A domain name is a distinctive sign that distinguishes the website with which a company offers its products and/or services.

What is a domain name?

It is the result of a strategic business choice: it is not accidental or casual, instead coinciding with the trademark and established directly by the specific user to identify their business online and be found by potential customers.

Domain name structure

A domain name originates from the union of three elements (example: www.domainname.it):
  • The prefix "www", typical of all websites (third-level domain);

  • The second-level domain (SLD), or its identifier, chosen by the user and with a distinctive function;

  • The top-level domain (TLD), i.e. the typical abbreviation after the period (.it/.net/.com) which:

  • On one hand, offers the possibility of choosing between an endless number of domain names online;

  • On the other, immediately informs users of the type of activity carried out by those who requested the domain's registration (.com /.net /.org) or the geographical area within which it was requested (.it /.uk /.de /.us).


Domain names therefore have two distinct functions which are closely connected:

A technical one, identifying it as an electronic address on the web, allowing users to access the corresponding website;

A legal one, which qualifies it as a distinctive sign of the company operating in the market, in order to draw consumer attention to access the specific website.

Therefore, if the domain name is used as a distinctive commercial sign, in order to protect and register it, it must meet the following requirements, typical of a trademarks :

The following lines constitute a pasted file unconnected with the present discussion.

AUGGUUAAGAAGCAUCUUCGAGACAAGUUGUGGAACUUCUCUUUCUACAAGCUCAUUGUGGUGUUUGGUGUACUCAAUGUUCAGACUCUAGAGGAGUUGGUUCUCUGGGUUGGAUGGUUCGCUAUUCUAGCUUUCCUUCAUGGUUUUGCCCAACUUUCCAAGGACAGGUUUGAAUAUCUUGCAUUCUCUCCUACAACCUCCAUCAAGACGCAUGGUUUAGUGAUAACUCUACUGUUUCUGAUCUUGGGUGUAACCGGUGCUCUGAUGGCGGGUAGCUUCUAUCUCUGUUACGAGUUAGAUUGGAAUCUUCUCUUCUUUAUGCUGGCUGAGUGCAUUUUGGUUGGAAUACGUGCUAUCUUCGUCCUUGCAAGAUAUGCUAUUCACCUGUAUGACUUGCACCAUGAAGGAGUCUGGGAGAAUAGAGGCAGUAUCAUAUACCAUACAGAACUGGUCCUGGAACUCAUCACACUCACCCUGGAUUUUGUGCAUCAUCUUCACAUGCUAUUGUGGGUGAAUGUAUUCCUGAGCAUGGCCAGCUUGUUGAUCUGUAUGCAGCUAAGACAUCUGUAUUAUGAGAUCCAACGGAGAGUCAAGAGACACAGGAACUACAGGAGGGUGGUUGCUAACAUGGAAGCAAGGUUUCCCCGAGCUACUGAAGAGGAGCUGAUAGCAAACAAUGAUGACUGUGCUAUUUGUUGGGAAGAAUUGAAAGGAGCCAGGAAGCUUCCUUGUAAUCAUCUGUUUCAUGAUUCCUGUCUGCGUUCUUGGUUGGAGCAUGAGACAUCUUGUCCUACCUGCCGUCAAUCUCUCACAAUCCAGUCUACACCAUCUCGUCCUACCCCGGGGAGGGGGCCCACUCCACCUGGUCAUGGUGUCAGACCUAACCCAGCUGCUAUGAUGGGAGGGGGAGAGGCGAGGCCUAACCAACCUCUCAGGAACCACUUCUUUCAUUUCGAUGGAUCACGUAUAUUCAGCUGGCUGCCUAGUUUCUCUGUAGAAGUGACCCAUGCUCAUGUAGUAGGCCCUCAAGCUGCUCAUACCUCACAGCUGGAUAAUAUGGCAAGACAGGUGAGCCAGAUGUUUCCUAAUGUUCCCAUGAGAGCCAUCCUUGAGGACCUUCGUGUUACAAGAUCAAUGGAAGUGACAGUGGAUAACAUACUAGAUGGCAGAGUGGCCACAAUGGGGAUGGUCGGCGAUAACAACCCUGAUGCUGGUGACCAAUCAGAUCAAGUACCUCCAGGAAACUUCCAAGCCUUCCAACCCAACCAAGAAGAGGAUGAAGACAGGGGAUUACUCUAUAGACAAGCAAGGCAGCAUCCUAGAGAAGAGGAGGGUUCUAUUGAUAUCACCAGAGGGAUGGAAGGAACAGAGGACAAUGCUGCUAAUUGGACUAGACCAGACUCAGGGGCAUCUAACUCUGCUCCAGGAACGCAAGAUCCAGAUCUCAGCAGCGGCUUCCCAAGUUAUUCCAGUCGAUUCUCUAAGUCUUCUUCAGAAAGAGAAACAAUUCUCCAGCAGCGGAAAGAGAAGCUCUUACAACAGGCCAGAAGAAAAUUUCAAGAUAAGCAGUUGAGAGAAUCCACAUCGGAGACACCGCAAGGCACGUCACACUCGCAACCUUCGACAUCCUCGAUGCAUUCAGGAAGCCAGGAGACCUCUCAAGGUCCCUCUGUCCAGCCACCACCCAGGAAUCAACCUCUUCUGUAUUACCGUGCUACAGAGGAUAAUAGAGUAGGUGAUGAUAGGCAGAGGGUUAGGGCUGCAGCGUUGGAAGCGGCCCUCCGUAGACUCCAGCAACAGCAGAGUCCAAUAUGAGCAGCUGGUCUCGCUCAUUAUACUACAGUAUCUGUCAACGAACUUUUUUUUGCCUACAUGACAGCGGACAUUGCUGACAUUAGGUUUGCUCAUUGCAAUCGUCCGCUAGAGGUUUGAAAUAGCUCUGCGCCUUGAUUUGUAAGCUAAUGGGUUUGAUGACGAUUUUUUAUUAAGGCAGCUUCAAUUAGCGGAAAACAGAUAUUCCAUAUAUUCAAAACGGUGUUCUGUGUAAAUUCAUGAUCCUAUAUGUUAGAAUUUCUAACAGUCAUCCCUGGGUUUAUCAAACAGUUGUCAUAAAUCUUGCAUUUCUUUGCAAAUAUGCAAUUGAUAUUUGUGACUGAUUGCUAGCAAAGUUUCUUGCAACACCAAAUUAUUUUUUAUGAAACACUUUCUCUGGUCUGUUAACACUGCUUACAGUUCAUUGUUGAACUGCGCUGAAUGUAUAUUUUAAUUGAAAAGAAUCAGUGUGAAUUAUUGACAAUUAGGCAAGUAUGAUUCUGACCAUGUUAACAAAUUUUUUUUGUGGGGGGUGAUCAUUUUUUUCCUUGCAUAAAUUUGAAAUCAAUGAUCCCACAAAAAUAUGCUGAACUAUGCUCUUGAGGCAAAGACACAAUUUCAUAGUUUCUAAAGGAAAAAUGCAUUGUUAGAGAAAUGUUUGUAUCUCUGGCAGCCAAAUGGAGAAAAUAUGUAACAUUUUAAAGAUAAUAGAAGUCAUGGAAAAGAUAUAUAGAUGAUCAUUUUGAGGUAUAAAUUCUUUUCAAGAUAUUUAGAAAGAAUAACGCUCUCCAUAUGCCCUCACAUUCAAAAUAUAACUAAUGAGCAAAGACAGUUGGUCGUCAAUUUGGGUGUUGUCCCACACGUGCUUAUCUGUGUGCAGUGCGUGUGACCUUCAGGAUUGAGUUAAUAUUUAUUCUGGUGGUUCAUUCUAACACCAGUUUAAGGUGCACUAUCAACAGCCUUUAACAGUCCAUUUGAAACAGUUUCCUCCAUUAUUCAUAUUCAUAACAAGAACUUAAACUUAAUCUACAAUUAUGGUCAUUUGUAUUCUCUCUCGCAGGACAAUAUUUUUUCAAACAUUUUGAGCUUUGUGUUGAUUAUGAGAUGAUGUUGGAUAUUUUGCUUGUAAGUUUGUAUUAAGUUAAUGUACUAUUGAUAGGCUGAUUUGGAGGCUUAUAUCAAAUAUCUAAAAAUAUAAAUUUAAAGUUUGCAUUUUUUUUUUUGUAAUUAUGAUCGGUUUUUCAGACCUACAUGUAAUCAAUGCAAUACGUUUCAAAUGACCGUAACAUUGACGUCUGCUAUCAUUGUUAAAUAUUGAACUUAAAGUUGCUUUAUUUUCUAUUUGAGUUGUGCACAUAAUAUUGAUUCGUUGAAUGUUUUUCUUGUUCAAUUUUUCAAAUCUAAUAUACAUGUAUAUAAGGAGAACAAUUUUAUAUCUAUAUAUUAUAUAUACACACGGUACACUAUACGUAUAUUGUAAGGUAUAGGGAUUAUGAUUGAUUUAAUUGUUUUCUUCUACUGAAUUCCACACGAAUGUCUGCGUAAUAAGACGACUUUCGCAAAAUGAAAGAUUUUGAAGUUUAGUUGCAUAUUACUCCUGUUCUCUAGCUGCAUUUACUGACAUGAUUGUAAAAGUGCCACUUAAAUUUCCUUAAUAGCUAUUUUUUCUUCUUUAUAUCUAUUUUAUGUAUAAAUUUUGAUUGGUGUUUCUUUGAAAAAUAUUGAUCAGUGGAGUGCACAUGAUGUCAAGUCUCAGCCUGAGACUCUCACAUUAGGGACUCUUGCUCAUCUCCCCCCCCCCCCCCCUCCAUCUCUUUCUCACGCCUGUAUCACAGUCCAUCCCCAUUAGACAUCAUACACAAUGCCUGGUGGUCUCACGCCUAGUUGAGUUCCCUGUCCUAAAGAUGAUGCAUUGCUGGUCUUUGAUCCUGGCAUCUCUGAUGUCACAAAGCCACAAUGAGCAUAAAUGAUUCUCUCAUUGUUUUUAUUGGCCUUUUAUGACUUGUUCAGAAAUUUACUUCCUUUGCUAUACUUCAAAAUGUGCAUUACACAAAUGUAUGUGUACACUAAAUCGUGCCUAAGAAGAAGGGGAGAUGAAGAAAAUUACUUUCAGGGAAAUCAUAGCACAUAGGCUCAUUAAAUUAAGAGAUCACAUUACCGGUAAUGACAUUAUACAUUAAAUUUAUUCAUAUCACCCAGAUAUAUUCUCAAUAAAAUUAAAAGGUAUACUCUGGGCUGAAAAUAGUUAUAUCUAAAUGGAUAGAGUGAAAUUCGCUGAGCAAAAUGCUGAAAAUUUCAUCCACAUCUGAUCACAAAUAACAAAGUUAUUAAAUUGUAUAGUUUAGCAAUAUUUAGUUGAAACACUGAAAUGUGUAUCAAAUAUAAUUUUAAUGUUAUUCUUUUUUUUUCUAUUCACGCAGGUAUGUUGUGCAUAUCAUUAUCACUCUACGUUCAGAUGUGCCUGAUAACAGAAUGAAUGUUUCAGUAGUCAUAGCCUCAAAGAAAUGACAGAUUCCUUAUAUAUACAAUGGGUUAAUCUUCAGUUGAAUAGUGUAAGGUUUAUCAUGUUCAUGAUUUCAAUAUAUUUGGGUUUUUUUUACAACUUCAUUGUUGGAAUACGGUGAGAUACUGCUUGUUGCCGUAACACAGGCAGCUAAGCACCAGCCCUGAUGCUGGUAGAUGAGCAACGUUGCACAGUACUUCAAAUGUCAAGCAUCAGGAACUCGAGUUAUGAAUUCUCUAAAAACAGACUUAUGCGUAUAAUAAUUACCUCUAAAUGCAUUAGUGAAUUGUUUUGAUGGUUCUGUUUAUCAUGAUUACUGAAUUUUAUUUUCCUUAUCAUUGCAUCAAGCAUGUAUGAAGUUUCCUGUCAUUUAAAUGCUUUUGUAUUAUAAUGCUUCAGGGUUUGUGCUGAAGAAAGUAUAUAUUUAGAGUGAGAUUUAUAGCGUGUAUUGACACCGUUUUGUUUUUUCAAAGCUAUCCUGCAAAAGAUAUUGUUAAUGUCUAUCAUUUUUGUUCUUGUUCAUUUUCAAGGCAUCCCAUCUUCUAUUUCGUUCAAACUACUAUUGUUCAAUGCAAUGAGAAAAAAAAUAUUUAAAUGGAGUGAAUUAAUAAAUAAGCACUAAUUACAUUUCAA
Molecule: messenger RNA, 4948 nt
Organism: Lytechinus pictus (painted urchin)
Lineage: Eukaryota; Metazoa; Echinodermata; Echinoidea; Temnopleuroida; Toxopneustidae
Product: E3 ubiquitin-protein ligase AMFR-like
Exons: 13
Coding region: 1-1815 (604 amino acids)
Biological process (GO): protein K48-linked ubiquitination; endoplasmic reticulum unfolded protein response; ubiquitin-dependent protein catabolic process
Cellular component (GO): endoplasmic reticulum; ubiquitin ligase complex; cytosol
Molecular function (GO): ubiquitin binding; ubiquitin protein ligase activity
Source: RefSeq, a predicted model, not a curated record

Registering a domain name

Consequently, considering the growing digitalisation and progressive increase of commercial activities online, managing the assignment of different domain names depending on their registration has become necessary.
An international organisation is responsible for this task, ICANN - Internet Corporation for Assigned Names and Numbers – which manages the assignment system and establishes the general registration criteria to be applied in individual countries.
In order to avoid assigning the same domain name more than once, the management is based on a system with two main principles:

So-called first come, first served', whereby the first to apply is the first to win the chosen domain;

The principle of domain name uniqueness, for which assigning two identical domain names is impossible.

Protecting a domain name

Depending on its characteristics, like other distinctive signs, a domain name is also subject to the rules:
  • Of the Intellectual Property Code – (Italian Legislative Decree no. 30/2005);

  • On unfair competition (Articles 2598-2601 of the Italian Civil Code)

and, in relation to the specific choice of name, to the regulations on the right to name (Articles 6-9 of the Italian Civil Code).

Likelihood of confusing the public

The application of the various provisions aims to protect domain names from a possible risk of confusion for the public with other signs similar or identical to a trademark of others or even, in particular, from a risk of association of the two signs (Article 12 of the Italian Intellectual Property Code and Article 22 of the Italian Intellectual Property Code).
Laying the foundation for effective protection of a domain name as well is therefore essential, precisely because like with other distinctive signs, it is liable to infringement of rights and unfair commercial practices.

Related Articles